1. Kummel = No

    Established in 1904, Druid Hills Golf Club is mildy famous for being the filming location of those annoying Titleist adverts with the scoreboard carrying locker room guy. It is a country club style course that has been in great condition since it was completely relaid and updated a few years back. The clubhouse is palacial, the tennis and pool areas of the club are lovely, and the course is an open, green, hilly and rolling affair that would look a little Augusta-esque with islands of pine needles under every tree, if it wasn't for horrible cart paths everywhere. The club really does feel like a country club rather than a golf club - however, this isn't all bad. What you lose in formality you make up for in atmosphere as you enter the men's bar and it is packed full of golfers watching their college football (read American Football) teams slugging it out. Truth be told the main clubhouse is more formal, but golf is definitely just one of the many reasons why this club exists. Still, these are just minor criticisms of a place where I'd happily spend a Sunday afternoon, and for the one year I lived in Atlanta that's exactly what I did most weeks. Incidentally, Bobby Jones won the club championship here in his early teens, but once walked off the course on the 9th hole and never returned. The fairway is built on the side of a hill even now, and before the course was overhauled it was apparently even more sharply inclined. One day he hit a perfect drive and yet again his ball found the left rough. He gave the caddy his club, left the ball where it lay, and walked off the course. From then on he called Druid Hills the best 17 holes in Atlanta! What a hero. :-)

    back to course menu

  2. Kummel = No... not even water...

    Ok, so this one is just for a bit of fun. The Devil's Golf Course in Death Valley, California, is a large area of salt deposits... But it's still somewhere you have to play before you die... or is that after you die?

    back to course menu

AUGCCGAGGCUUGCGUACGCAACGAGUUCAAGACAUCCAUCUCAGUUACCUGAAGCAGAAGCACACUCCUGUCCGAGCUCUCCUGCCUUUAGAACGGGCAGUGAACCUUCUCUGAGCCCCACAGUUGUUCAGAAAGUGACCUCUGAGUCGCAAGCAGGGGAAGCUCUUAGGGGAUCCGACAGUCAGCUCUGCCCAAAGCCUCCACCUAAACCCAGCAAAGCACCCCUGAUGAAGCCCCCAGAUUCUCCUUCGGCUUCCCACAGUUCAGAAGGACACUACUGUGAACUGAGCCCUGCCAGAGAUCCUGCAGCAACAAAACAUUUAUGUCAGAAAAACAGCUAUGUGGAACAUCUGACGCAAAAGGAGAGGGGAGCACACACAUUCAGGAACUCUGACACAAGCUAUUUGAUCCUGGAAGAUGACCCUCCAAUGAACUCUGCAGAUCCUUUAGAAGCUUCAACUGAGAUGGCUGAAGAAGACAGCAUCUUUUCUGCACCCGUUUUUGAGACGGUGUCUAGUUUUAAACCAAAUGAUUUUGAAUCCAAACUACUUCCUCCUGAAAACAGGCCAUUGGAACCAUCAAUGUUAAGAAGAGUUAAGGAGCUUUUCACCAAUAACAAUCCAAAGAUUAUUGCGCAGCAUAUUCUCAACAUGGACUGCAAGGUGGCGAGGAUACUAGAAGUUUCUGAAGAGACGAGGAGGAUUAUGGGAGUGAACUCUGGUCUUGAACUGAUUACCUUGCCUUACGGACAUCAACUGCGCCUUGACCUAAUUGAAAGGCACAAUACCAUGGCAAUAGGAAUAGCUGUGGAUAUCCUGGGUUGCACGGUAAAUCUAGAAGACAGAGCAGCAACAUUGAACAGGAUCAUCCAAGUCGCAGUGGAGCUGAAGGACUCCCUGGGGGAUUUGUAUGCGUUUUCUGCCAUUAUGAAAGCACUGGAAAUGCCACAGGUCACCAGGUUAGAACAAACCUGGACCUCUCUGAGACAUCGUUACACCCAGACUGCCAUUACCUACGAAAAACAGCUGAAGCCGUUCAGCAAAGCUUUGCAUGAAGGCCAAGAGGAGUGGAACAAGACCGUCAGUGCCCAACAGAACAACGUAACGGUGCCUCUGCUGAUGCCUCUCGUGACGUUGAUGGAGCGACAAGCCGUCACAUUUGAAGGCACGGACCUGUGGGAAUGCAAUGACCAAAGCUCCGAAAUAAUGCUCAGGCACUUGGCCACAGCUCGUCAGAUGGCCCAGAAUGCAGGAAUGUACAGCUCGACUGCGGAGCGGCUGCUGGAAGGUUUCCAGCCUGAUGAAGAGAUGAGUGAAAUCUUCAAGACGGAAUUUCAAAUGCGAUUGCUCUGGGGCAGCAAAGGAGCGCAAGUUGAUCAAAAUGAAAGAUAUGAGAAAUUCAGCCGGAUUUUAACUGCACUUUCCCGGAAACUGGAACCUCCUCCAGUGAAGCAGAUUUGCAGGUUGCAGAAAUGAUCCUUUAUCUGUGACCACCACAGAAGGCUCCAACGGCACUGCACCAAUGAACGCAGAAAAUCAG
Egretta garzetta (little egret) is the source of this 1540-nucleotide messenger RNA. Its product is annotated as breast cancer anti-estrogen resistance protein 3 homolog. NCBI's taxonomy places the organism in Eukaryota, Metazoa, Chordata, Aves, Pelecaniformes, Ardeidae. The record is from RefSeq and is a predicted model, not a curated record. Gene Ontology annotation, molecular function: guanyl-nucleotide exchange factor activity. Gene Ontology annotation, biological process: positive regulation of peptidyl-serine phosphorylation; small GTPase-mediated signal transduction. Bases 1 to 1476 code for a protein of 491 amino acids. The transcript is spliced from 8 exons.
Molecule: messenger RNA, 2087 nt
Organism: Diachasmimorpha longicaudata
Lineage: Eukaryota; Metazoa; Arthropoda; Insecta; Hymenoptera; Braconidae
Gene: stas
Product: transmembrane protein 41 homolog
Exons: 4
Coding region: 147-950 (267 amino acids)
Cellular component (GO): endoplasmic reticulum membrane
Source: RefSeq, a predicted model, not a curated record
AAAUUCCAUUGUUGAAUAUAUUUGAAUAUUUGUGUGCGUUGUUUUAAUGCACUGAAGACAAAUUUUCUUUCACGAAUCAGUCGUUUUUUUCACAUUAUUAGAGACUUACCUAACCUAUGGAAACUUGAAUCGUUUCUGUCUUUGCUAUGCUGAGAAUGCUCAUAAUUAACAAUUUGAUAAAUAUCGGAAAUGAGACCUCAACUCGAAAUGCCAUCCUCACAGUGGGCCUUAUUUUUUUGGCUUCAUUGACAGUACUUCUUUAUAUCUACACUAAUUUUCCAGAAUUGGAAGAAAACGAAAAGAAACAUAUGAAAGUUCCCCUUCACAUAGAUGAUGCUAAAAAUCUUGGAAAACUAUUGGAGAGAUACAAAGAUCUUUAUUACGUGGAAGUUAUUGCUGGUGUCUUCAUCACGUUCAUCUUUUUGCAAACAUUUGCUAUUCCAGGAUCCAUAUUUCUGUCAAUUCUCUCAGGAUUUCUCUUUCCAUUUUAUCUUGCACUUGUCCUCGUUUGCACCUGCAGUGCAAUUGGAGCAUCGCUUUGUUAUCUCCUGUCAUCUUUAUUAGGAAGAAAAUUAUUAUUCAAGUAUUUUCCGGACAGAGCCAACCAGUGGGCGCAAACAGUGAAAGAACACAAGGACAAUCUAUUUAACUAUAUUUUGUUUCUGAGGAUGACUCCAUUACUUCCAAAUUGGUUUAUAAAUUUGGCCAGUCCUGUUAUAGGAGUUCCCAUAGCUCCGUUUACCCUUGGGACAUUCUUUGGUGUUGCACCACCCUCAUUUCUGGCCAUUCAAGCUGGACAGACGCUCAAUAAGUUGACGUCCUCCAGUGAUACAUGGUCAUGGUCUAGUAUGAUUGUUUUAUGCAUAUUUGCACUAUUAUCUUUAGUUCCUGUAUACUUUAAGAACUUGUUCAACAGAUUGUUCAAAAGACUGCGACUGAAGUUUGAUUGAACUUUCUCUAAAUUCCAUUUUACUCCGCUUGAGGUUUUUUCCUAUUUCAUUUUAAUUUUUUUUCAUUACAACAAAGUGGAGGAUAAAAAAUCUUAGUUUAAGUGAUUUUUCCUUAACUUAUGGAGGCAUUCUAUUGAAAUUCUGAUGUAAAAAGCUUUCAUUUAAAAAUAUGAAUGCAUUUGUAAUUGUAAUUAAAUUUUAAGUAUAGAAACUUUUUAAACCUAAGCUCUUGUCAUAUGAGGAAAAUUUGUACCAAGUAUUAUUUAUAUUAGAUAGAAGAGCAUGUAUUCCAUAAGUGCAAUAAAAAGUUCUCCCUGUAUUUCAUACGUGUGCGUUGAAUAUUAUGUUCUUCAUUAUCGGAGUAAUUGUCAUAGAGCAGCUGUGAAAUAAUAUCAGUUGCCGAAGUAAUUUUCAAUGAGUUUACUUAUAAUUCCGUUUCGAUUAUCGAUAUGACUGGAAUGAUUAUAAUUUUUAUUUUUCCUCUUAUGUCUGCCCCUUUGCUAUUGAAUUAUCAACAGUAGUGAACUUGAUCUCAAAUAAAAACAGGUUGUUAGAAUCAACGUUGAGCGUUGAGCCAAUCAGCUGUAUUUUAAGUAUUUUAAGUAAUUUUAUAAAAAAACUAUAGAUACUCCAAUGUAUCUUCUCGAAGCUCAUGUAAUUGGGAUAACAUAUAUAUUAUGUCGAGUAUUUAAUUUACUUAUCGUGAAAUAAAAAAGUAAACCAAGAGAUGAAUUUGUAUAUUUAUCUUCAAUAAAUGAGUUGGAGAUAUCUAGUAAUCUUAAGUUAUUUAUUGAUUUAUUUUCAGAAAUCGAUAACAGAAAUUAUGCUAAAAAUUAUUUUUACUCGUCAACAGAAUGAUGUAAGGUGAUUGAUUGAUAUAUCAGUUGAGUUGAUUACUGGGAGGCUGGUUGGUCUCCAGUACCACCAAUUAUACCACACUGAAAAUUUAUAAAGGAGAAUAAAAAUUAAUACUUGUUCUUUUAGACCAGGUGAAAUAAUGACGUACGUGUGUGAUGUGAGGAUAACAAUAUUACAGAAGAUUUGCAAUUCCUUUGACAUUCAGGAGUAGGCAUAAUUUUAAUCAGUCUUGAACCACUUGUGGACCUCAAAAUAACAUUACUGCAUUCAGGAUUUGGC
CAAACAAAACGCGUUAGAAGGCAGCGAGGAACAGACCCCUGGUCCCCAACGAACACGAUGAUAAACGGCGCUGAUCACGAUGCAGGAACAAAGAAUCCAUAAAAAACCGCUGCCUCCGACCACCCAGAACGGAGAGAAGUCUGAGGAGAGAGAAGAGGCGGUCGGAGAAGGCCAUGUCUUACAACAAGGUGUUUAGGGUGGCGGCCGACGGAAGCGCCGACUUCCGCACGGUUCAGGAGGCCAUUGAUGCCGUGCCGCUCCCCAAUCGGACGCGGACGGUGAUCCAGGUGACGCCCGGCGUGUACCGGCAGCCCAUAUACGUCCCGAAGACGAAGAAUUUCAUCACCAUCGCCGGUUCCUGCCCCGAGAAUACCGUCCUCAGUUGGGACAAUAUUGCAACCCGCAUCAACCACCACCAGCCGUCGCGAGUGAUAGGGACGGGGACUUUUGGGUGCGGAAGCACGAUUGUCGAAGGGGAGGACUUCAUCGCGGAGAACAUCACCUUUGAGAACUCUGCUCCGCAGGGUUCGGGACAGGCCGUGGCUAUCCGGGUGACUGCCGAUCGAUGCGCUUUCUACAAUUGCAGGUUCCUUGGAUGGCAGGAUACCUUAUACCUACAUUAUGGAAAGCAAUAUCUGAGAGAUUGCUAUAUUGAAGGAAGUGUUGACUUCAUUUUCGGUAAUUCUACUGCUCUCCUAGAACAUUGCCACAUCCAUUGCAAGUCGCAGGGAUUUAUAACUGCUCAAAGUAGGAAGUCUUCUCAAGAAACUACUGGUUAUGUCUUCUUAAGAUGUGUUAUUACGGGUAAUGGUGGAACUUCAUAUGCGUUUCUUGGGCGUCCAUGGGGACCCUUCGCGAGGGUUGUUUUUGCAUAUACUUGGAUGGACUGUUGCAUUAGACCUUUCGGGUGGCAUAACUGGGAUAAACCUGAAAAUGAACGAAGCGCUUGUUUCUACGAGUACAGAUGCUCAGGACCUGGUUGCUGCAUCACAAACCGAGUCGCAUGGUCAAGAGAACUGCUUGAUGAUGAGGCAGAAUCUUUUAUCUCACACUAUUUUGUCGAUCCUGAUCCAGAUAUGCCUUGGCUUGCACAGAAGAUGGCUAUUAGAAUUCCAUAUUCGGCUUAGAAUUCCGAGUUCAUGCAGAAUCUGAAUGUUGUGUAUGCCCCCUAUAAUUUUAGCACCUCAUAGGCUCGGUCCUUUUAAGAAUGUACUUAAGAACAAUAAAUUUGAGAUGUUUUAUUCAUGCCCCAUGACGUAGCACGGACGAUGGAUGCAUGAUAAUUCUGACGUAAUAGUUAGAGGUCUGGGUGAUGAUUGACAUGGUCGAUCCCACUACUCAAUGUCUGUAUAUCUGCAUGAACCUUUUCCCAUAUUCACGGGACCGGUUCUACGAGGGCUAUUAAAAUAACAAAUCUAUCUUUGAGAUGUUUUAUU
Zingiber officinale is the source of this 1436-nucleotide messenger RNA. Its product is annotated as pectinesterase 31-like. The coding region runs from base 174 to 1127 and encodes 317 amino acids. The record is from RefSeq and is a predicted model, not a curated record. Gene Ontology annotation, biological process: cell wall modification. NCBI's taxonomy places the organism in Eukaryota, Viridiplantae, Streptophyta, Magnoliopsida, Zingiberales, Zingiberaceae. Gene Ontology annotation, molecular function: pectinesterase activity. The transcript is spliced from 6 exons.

3. Kummel = No

    Highlands Country Club, hidden high up on a couple square mile plateau in North Carolina (one of two places on the east coast high enough to avoid the last ice age and thus repopulate the flora of America - almost every natural plant that exists on the east coast can be found here), doesn't seem a likely location for a great golf course. And truth be told this isn't a championship course... but what makes this course special is that this is Highlands, holiday home location for the elite of Atlanta for the last century (everyone who owns anything in the ATL had and still does have a multi-multi million dollar wooden shack up here overlooking miles and miles of forested mountains below you as though you're sitting on a cloud - see the above photo from Bobby Jones' front lawn). And it was because Robert Woodruff of Coca Cola fame had a house here that Bobby Jones bought a house, and spent a large amount of time practising on the small Highlands Country Club course. Another chance to walk in the footsteps of the past...

    back to course menu

  4. Kummel = No

    This course, an hour or two south of Atlanta, GA, was home to the PGA Tour's Buick Challenge for more than a dozen years. It plays through rolling pine forests and is fairly pleasant, yet despite a number of excellent holes the course is let down by a similar number of uninspiring, typical resort course style holes, which tend to blur into each other in your memory. The resort itself is also fairly uninspiring - a course to play if you're in the area maybe, but not worth the trip from Atlanta.

    back to course menu

  5. Kummel = Yes

    The Home of Golf. There is nothing like the feeling you get the first time you tee off infront of the big room of the Royal and Ancient, or the first time you launch a tee shot up the 18th... other than the first time you play Augusta. A brilliant course by accident or design, I'm very glad to have been able to play here for 4 years as a student member. Ah those were the days... the Jigger challenge - to drink more pints on the 17th in the Jigger Inn than take strokes on the 18th...

    back to course menu

  6. Kummel = Yes

    The Home of the Honourable Company of Edinburgh Golfers (HCEG) - the oldest continually existing golf club in the world, having been founded in 1774. Muirfield holds a special place in golf - a great design, a great clubhouse, a great atmosphere. One of Jack Nicklaus' favourite courses... and their traditional rice pudding is second to none! The first time I played here I was 15 - the week after Sergio Garcia won the Amateur Championship. We played from many of the championship tees, the fairways were tiny, and the rough like a field of wheat! We played foursomes as is customary at Muirfield, and in the morning round my brother and I scored about 95. In the afternoon round we played magnificently and our joint score was 79! I still have that signed card hidden away somewhere in a drawer. One of the best experiences of my golfing life, although recent trips there have proven enjoyable too! The photos are from a trip when I was about 22.